The gun-control group Giffords has put out its annual scorecard, ranking states on their gun laws as the nation is again embroiled in debate about gun policy in the wake of a shooting that killed 17 people at a Florida high school on Valentine’s Day. The group gave 25 states — including Florida — an “F” rating.
The annual scorecard measures what lawyers at the Giffords Law Center to Prevent Gun Violence consider “the relative strength or weakness” of gun laws in each state in 2017. The findings, they argue, show a correlation that indicates that gun laws work: “States with strong gun safety laws have fewer guns deaths per capita than states with weak laws.”
California, for example, ranks at the top of the list, receiving the only “A” grade for its strong gun laws and relatively low gun death rate — 43rd in the nation at 7.9 deaths per 100,000. Alaska, which received an “F” grade, had the nation’s highest gun death rate — 23 per 100,000. Massachusetts had the lowest gun death rate in the country, at 3.4 per 100,000.
Giffords calls gun violence “a moral crisis” and a “public health crisis.” The report comes as survivors of the Parkland, Fla., shooting are rallying support for gun control and as Washington grapples with how to respond to the latest mass shooting involving an assault-style rifle.
In the weeks after the massacre in Parkland, Democratic governors in the Northeast have created a gun task force, and Florida Gov. Rick Scott (R) and other Republican lawmakers have called for raising the minimum age for purchasing rifles to 21. President Trump has proposed arming teachers to help secure the nation’s schools.
“It’s very timely,” said Laura Cutilletta, legal director of the Giffords Law Center. “People are demanding change right now, and one of the reasons people are demanding change is because of awareness.”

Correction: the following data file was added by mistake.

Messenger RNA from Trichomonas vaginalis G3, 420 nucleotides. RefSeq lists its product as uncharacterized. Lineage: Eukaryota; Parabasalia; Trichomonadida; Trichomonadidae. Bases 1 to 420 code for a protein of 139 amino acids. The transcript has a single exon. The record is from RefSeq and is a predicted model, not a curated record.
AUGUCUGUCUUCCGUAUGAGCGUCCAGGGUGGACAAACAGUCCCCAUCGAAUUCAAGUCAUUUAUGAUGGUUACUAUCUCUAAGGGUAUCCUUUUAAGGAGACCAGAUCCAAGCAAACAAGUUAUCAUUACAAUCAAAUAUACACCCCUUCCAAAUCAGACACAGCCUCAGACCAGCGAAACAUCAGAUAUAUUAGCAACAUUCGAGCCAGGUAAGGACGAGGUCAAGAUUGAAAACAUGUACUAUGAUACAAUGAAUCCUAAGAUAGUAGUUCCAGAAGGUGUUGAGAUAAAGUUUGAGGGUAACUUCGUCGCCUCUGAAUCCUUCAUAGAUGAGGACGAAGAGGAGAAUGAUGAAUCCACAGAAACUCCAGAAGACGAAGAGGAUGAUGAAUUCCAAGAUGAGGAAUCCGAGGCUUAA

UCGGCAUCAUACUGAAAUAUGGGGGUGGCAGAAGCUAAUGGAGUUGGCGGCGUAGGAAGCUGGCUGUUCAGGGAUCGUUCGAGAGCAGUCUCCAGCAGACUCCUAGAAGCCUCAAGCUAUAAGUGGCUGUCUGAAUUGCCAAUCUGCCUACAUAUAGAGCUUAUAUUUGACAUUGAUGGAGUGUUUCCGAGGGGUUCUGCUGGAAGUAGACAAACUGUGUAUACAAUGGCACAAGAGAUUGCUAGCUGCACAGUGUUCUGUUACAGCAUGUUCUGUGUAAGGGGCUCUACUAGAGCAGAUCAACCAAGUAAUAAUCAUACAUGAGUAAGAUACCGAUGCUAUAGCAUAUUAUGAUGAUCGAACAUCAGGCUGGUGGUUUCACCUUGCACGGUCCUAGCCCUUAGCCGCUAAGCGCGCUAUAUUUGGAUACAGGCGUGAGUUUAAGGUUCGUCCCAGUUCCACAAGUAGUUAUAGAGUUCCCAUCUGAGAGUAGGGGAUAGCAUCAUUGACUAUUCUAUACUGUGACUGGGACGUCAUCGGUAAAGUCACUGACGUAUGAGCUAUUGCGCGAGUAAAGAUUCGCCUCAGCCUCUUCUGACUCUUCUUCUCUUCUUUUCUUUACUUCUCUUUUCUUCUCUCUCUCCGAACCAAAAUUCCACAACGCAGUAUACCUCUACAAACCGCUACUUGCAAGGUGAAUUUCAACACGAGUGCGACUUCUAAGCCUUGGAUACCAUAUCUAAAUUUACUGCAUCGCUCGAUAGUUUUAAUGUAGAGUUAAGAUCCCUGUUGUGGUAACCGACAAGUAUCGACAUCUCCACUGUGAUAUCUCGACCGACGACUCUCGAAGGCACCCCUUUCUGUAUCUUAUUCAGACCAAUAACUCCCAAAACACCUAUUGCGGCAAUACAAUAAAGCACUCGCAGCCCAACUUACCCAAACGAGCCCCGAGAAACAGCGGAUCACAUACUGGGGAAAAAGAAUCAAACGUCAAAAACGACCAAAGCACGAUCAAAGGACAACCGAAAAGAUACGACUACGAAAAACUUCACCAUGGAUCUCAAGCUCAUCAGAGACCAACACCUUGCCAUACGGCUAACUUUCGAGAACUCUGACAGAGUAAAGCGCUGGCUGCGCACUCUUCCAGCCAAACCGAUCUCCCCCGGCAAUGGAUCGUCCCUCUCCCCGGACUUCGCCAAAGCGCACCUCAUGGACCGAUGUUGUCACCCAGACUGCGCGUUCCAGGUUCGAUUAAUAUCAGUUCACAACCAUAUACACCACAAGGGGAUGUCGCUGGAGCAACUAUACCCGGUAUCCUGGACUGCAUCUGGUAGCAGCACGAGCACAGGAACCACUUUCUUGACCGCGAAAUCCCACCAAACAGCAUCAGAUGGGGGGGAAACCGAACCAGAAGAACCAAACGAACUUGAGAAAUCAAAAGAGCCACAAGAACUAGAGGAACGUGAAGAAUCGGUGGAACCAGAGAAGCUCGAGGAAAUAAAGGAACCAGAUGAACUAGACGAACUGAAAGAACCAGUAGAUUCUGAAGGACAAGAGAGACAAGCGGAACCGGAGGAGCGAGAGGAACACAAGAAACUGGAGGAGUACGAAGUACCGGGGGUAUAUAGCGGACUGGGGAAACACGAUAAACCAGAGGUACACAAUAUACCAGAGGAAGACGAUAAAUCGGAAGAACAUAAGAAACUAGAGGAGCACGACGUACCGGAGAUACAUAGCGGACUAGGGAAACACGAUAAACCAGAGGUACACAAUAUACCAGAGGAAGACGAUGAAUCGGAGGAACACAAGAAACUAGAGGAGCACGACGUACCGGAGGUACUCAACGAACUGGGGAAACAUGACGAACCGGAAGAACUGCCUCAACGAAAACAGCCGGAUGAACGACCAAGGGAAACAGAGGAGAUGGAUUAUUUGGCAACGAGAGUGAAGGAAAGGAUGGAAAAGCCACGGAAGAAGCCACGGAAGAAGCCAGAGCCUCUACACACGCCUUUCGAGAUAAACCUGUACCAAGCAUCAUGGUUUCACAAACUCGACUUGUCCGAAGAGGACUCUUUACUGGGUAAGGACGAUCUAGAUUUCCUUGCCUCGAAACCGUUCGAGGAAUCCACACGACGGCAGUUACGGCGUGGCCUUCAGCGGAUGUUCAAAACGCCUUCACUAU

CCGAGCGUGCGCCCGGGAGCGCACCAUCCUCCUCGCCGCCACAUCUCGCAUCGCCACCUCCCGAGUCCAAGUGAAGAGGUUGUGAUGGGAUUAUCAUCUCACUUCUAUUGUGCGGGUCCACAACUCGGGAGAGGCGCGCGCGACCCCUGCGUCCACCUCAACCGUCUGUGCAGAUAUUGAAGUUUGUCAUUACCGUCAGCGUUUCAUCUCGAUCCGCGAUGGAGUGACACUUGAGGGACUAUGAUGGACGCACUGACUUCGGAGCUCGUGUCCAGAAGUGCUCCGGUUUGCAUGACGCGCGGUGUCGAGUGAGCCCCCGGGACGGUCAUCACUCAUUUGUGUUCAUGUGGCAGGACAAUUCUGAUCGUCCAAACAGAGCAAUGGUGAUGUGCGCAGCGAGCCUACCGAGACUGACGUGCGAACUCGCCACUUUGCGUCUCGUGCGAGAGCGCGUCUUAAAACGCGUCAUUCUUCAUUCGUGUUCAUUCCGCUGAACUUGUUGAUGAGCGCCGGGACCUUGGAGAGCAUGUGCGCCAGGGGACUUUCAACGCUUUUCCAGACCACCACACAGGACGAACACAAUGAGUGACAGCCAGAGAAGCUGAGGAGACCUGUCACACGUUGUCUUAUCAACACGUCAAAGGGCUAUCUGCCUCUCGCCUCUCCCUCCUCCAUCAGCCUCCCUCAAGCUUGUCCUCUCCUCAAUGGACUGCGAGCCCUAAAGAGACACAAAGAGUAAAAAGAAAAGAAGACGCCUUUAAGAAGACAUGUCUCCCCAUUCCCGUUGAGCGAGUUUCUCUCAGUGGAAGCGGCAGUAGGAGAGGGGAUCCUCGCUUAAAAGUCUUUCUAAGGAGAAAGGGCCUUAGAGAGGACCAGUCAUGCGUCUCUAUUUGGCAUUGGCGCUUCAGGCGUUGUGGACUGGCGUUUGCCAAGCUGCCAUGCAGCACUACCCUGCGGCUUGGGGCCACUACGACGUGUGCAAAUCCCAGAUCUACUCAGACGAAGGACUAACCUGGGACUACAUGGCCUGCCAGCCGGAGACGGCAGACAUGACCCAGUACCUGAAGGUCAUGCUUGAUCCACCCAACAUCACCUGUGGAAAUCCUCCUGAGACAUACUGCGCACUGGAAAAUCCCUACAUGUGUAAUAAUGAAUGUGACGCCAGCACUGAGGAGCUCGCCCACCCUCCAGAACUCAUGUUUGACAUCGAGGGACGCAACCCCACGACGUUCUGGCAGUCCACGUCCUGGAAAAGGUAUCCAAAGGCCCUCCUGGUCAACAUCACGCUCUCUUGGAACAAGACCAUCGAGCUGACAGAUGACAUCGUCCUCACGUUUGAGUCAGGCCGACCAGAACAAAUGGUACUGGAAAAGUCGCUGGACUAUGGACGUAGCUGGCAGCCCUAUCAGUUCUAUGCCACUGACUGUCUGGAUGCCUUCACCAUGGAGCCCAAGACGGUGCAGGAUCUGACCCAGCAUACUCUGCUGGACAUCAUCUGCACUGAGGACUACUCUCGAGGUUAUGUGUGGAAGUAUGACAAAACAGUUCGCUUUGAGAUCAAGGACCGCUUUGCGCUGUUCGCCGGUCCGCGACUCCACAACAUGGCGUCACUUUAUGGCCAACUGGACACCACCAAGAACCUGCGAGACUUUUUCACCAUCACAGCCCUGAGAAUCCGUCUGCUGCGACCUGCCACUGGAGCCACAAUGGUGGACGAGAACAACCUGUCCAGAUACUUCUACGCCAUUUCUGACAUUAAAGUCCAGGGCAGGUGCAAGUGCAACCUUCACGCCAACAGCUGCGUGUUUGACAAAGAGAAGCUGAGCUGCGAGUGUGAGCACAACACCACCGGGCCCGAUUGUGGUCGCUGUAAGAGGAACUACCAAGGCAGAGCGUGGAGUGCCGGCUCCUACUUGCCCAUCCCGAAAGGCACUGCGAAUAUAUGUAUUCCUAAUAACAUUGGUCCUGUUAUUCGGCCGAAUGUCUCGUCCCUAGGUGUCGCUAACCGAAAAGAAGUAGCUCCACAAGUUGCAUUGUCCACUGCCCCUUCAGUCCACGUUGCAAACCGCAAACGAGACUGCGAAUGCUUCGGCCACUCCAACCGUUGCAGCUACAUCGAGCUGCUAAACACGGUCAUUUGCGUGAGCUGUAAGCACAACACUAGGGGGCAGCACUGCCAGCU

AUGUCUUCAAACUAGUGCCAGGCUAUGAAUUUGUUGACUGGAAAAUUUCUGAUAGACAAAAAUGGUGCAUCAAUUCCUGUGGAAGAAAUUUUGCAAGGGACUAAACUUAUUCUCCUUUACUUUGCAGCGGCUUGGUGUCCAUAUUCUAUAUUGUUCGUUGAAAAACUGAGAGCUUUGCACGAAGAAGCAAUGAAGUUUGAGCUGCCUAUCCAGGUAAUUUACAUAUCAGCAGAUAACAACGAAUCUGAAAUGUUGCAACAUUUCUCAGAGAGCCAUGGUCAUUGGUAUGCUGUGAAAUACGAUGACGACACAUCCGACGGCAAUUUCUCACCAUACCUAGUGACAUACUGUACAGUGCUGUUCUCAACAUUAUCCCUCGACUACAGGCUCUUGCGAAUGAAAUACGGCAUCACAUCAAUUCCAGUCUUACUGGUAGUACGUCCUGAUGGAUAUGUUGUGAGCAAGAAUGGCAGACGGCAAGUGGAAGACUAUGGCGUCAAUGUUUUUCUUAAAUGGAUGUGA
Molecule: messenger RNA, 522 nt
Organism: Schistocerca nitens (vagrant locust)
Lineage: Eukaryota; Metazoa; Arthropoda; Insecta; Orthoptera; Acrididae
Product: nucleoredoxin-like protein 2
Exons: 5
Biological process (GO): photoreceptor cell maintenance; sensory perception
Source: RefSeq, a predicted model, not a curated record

In Florida, one of the states to get the lowest rating, a permit is not needed to buy guns and there is no limit to the number of firearms that can be purchased at one time. Alleged shooter Nikolas Cruz, 19, legally purchased the AR-15 assault-style rifle authorities say was used in the Parkland attack as well as numerous other guns he had collected the year before. Authorities said he passed a background check.
In addition to Scott’s call to raise the age to buy rifles, U.S. Rep. Brian Mast (R-Fla.), an Army veteran who lost both legs while deployed in Afghanistan, announced Friday that he supports a ban on all assault rifles. But the Florida legislature, which has long been seen as a laboratory for gun-rights legislation that is tested elsewhere in the country, rejected a ban on assault weapons after Parkland.
Nevada — scene of the Las Vegas concert massacre that left 58 people dead in October — dropped from a C-minus to a D this year, Cutilletta said, because a 2016 voter-approved ballot initiative requiring that private-party transfers of firearms be subject to a background check has not taken effect. The state’s attorney general released an opinion stating that Nevada does not have the authority to conduct the background checks.
Maryland received an A-minus rating and Virginia received a D.
Twelve states improved their scores from the prior year. They include Oregon, which added a red flag law intending to keep guns from criminals and the mentally ill; New Jersey, which passed a law restricting access to guns for people convicted of domestic violence offenses; and Illinois, which funded gun violence reduction programs.
Some states, including Maryland, are now debating red flag laws. Rhode Island Gov. Gina Raimondo (D) signed an executive order last week to keep guns away from those she said are a “threat to themselves and others.” It was the first gun legislation signed after the Florida shooting.
“You’re already seeing in the wake of Parkland one state acting,” Cutilletta said.